Should I attempt to fight my DQ?

Discussion in 'DoDMERB' started by scottlyn, Mar 24, 2015.

  1. scottlyn

    scottlyn New Member

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    Hi, I guess I'm just looking for some guidance on this. I have been medically disqualified for history of Eczema after 12th birthday. I don't know if trying to fight this would be beneficial in any way. I only ask because I have not had any issues and what's causing the problem is the fact that I have prescriptions to help curb my itching. Technically for my "eczema" but it is exacerbated from the dog and cat in my household (I'm allergic to both). So because my eczema is only being treated because of my animal allergies I don't know if I should try to challenge my DQ, if that is even a possibility, or if I should just ride it out. Any help/similar experiences would help me greatly!!
     
  2. NavyHoops

    NavyHoops Moderator

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    You can always appeal it. What's the worst they can say, no. So you are right back to where you are.

    Just one mention... Often DQs aren't about the now, but what about the future. Can your body handle the horrible conditions of being deployed for a length of time, in dirt, heat, cold, around animals, little hygiene, etc. What happens if this flares up when you are leading troops or out on ops for a few weeks and run out of medicine? Will your symptoms be worse in a flare up in these conditions? Your troops lose their leader. And yes I have Navy friends who have been in these conditions over the last 10 years too. We often here candidates say I have no issue and I do those and that and have zero problems. It's not about that, it's about being in front of your men and women and being able to lead them with no issues in the most severe conditions.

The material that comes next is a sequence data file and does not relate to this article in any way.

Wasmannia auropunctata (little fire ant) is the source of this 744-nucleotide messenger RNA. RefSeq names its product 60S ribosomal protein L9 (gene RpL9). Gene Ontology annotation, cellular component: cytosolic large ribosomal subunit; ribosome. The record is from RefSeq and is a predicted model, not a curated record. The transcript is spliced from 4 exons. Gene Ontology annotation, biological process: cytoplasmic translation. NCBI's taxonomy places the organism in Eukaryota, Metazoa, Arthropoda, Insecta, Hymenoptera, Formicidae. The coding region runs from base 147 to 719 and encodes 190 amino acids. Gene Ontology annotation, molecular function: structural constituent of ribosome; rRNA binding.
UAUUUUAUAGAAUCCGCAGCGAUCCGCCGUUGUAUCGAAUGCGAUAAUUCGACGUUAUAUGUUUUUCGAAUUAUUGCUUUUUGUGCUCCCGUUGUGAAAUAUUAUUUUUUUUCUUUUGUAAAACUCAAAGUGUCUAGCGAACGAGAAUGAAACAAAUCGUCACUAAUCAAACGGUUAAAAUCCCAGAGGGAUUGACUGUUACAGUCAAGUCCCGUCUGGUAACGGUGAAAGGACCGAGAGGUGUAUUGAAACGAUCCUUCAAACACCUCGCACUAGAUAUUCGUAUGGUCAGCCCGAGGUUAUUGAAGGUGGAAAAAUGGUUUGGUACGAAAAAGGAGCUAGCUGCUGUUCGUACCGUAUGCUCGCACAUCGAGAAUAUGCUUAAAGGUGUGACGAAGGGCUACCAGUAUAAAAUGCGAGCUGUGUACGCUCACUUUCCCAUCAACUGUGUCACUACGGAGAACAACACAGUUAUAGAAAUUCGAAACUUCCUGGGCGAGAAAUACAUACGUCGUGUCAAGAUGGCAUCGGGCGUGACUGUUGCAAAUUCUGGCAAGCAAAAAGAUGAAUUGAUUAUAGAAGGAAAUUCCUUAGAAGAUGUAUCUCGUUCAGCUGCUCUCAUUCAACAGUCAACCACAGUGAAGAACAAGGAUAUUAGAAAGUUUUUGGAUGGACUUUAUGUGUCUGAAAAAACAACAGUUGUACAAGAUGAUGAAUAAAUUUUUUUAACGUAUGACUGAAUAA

3. scottlyn

    scottlyn New Member

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    I understand completely and have considered just that. I haven't ever had issues that would lead me to not be able to fulfill any possible obligations, but unfortunately that's not my call. So if I appeal it and that gets denied, will I still be reviewed for a waiver? I assume so, but I don't know much about the process.
     
  4. NavyHoops

    NavyHoops Moderator

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    Remember DODMERB qualifies and the commissioning source waivers, it's why you might get a waiver from a SA but not ROTC or one SAand not another. Some conditions are not waiverable per DODMERB guidelines.
     
  5. Falcon A

    Falcon A Member

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    I am not a doctor, but I believe the only reason to "fight the DQ" is if you can provide medical evidence that you did not have the condition after your 12th birthday.

    It may be "better" and quicker for you to pursue the medical waiver and provide your additional information to the waiver authority for their consideration.
     
  6. sheriff3

    sheriff3 Member